Before we dive into the two methods, it is important to understand the basic principle both methods rely on. The idea of creating (method 1) or introducing (method 2) a nuclie. A nuclei is, a membrane, a seed of a phase 5 crystal that will attract other triglycerides and form the same phase crystals.
The tempering process of the industrial method is made of three parts:
Heating → Cooling → Heating
- Heating – the chocolate is melted above the melting point of all phases in order to break any stacks (crystals) and bonds of triglycerides.
- Cooling – the chocolate is then cooled to just below the melting point of phase 4 (form iv). At this point, as the chocolate cools some phase 4 cocoa butter crystals and very few phase 5 crystals are forming. These crystals are the nuclei, the seed that will attract other triglycerides molecules.
- Heating – obviously we do not want any phase 4 crystals so this is when the chocolate is reheated to just below the melting point of phase 5. This way the phase 4 nuclei will melt and we are left with only phase 5, beta crystals.
Tempering chocolate using this method requires special machinery and the only way for us to temper chocolates this way is by purchasing a tempering machine or using sous vide.
The seeding method
This method is not much different from the industrial method. It also relies on the idea of using a nuclei (a seed) to attract other triglycerides molecules and grow phase 5 crystals.
However, in this method, we actually use a piece of already tempered chocolate as our nuclei. This method also has three parts:
- Heating – the chocolate to a higher temperature of melting points.
- Seeding – adding pieces of tempered chocolate into the melted chocolate.
- Cooling – cooling until the temperature of the chocolate reaches phase 5 (32-34C / 89.6-93.2 F).
There are many techniques of tempering chocolate this way, there’s the microwave method, using a double boiler and maybe even a food processor. All techniques call for simple tools such as glass bowls (microwave-safe bowls), stainless steel bowls, hot water, and chopped chocolate. Whichever technique you prefer please keep in mind that there is a very specific temperature you should aim for. For best results, it is wise to invest in a good thermometer (not a candy thermometer). I recommend a few good options in my post on How to temper chocolate.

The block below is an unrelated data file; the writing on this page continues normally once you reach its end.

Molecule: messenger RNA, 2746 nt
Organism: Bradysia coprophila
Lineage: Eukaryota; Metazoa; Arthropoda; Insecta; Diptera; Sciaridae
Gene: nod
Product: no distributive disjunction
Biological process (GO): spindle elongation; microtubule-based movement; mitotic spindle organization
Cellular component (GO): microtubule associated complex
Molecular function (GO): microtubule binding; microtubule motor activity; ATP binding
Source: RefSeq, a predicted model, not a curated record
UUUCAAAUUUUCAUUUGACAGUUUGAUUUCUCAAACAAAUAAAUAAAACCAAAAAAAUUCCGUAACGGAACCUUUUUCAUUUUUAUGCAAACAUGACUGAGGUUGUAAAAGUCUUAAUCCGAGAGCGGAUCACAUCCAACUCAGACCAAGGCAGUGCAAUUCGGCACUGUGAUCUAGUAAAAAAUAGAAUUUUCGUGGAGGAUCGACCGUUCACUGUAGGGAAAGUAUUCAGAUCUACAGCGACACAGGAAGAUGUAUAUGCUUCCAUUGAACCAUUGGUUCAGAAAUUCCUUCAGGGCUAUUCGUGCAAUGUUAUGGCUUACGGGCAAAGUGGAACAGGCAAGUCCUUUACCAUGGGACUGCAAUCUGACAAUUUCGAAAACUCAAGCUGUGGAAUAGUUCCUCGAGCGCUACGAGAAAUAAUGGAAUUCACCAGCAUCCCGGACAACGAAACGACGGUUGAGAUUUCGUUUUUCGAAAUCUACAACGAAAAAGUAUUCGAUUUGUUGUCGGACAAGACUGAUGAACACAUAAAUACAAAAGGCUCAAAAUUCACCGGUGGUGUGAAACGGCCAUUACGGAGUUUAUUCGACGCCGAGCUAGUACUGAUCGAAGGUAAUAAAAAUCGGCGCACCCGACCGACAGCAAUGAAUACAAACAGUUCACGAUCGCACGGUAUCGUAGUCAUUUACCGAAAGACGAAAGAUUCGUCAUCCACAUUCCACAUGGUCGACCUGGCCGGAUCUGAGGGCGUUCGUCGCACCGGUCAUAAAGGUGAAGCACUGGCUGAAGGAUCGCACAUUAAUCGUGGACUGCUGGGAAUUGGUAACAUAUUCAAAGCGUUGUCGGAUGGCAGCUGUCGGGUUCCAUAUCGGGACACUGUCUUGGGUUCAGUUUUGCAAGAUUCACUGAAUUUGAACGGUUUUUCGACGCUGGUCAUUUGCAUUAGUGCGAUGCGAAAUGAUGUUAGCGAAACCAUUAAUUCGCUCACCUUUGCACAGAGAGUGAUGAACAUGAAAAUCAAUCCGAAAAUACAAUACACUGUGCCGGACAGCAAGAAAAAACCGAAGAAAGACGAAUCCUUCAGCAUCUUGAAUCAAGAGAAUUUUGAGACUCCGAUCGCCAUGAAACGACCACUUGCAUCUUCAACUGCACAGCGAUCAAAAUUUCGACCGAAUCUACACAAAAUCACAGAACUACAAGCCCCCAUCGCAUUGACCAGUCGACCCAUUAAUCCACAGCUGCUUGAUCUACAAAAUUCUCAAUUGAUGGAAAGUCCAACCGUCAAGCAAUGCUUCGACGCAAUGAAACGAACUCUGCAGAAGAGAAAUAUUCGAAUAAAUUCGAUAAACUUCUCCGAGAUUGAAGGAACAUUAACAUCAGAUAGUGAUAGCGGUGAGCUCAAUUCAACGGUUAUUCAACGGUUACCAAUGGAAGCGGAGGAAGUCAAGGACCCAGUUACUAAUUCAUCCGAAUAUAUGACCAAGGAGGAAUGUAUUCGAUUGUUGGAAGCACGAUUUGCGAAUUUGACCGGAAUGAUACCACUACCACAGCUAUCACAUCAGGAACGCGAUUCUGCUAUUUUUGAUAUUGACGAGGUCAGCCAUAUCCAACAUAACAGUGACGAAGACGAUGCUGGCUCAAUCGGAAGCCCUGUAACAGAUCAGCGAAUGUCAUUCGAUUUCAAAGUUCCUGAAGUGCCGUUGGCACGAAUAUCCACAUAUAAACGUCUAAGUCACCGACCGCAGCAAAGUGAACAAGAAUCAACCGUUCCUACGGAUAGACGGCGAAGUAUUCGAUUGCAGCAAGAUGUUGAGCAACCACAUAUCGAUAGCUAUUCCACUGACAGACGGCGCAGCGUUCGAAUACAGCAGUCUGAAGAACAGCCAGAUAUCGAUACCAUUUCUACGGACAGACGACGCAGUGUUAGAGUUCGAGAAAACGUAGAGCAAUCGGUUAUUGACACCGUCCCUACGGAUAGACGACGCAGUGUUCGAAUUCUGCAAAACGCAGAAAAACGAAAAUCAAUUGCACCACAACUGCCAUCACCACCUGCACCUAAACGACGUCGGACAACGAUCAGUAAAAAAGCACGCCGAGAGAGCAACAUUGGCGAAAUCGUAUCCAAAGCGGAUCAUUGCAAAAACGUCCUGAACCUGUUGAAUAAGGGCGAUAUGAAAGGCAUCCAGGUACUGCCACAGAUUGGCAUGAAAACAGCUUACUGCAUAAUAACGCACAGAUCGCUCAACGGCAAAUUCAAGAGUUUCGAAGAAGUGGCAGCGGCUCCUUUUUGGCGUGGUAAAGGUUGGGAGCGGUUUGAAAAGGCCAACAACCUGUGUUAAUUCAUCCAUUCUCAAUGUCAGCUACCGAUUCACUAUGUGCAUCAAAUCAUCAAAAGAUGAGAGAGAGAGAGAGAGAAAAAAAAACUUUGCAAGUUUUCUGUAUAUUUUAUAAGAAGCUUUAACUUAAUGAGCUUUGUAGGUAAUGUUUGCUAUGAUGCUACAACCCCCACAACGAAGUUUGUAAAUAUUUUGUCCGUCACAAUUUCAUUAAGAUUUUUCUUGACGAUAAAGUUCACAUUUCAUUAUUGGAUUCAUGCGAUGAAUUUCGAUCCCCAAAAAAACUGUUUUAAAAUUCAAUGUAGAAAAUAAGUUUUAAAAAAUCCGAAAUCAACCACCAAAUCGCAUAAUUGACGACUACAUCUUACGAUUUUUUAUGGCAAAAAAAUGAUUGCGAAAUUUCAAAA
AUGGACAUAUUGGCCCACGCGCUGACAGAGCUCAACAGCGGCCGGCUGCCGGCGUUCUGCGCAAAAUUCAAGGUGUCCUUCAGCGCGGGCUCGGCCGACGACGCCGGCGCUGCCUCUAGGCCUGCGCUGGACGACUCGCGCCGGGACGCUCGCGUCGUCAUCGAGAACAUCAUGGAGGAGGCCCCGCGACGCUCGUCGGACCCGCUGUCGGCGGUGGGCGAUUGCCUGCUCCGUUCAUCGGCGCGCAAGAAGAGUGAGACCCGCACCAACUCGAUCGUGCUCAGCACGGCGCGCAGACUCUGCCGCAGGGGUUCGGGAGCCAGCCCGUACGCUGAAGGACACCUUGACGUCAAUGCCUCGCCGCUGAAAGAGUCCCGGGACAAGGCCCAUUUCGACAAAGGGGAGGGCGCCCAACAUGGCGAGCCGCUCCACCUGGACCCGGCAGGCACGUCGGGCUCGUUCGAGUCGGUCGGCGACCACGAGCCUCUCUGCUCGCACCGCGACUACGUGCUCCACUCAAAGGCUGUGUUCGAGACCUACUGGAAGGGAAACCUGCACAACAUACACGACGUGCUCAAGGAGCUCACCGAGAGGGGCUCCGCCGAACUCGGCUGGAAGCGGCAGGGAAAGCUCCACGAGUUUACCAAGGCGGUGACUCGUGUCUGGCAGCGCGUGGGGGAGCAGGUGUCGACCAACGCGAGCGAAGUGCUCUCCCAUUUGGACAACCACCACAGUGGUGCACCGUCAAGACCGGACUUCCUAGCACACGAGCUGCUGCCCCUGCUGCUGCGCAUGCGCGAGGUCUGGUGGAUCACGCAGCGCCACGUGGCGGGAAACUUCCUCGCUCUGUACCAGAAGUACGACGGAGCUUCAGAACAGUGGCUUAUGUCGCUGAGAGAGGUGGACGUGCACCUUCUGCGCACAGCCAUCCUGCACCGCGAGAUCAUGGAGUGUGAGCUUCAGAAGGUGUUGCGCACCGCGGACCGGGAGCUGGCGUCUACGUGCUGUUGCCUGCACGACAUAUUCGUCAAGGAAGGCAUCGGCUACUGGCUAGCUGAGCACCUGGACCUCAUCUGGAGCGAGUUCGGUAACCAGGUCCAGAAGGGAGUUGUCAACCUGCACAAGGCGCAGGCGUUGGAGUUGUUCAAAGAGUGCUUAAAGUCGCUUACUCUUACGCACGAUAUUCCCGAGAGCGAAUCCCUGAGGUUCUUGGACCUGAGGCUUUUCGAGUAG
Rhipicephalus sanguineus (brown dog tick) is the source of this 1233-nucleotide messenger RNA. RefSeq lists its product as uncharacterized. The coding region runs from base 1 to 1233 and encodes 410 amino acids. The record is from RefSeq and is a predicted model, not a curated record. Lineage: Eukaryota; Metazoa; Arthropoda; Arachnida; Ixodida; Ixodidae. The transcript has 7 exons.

What is chocolate bloom?
When tempered chocolate is not stored properly, the different temperature causes the cocoa solids (crystals) to get out of balance and make their way towards the stable phase 5 crystals. As a result, there is a deposit of fat coming out to the surface of the chocolate. We see it as a white powder in old chocolate candies.
Conclusion and some more important notes:
We are almost at the end of our short journey of understanding what is tempered chocolate?. Keep in mind that this is a drop in the sea and there are many other factors that come into play, but if you read this post I am confident that you now have the tools to temper chocolate and create your very own sweet treats, chocolate candy, and even high-quality chocolate.
- Tempering chocolate is the process of forming stable crystals by heating, seeding and cooling.
- There are six different types of crystals, each forms at different temperature ranges.
- Phase 5 (form v) is the most stable phase, and what gives chocolates its glossy appearance, snap sound and smooth texture.
- You can not temper candy melts, chocolate chips or not real chocolate. Some may not contain any cocoa butter and some have stabilizers added to.
- The type and amount of chocolate should be taken under consideration when deciding on the technique.
- Tempering chocolate is the last step of making it. I high recommend you listen to this wonderful podcast, where my friends Becky Hadeed hosts the granddaughter of a cocoa beans farmer.
- Cocoa beans grow in a rainforest conditions. The climate change effects those conditions and put the rainforests at risks. Learn more about it HERE.
I hope you found this post useful and it helped you better understand the science behind tempering chocolate.
Stay curious, and Happy Baking!